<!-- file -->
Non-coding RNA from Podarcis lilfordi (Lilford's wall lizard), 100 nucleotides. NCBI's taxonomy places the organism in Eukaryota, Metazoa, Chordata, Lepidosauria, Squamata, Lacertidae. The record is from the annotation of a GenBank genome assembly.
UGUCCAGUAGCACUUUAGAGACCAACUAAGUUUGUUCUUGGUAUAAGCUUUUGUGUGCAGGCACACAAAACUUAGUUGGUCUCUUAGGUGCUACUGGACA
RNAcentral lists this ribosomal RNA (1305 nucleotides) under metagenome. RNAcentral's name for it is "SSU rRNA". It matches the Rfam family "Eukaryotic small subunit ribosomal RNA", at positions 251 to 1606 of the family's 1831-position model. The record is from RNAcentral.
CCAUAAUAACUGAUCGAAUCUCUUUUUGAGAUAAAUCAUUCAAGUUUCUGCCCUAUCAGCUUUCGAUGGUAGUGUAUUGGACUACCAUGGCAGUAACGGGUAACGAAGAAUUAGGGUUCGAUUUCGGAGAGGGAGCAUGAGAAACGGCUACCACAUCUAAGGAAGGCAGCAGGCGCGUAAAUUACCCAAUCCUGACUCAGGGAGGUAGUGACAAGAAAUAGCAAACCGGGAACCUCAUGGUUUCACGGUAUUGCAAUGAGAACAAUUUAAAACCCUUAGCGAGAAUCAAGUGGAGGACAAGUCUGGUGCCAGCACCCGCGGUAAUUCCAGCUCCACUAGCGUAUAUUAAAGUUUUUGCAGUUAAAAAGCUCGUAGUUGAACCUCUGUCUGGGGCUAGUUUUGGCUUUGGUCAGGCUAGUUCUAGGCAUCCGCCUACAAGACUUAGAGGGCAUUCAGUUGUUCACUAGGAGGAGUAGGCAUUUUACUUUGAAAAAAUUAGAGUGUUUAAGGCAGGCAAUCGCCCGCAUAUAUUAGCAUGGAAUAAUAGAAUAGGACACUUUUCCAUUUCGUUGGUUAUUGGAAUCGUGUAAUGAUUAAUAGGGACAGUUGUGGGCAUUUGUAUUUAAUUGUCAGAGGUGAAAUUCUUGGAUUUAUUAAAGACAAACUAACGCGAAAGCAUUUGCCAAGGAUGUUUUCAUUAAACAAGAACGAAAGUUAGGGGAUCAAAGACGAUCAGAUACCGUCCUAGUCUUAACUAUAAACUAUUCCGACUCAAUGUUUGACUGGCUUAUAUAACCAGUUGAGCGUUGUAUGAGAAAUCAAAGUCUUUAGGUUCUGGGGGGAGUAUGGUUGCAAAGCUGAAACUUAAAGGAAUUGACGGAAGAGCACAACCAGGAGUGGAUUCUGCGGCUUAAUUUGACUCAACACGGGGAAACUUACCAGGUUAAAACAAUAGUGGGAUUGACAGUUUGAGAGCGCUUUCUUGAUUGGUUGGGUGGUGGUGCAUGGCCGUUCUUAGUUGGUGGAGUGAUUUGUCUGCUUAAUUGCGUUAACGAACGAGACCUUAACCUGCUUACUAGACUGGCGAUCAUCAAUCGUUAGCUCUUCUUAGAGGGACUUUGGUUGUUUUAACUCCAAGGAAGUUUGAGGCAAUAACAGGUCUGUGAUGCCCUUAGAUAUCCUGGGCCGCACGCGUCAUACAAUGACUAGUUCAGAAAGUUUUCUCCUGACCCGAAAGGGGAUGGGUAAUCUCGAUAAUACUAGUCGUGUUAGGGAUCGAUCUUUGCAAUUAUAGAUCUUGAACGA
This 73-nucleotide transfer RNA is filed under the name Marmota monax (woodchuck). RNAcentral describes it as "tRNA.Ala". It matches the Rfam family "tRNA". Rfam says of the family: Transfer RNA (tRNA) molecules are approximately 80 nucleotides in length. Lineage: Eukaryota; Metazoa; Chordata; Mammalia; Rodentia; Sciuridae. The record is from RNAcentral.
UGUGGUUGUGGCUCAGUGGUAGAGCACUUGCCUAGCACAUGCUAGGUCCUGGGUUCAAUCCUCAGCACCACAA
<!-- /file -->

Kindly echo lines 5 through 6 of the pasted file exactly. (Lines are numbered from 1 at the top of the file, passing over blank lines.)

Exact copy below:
This 73-nucleotide transfer RNA is filed under the name Marmota monax (woodchuck). RNAcentral describes it as "tRNA.Ala". It matches the Rfam family "tRNA". Rfam says of the family: Transfer RNA (tRNA) molecules are approximately 80 nucleotides in length. Lineage: Eukaryota; Metazoa; Chordata; Mammalia; Rodentia; Sciuridae. The record is from RNAcentral.
UGUGGUUGUGGCUCAGUGGUAGAGCACUUGCCUAGCACAUGCUAGGUCCUGGGUUCAAUCCUCAGCACCACAA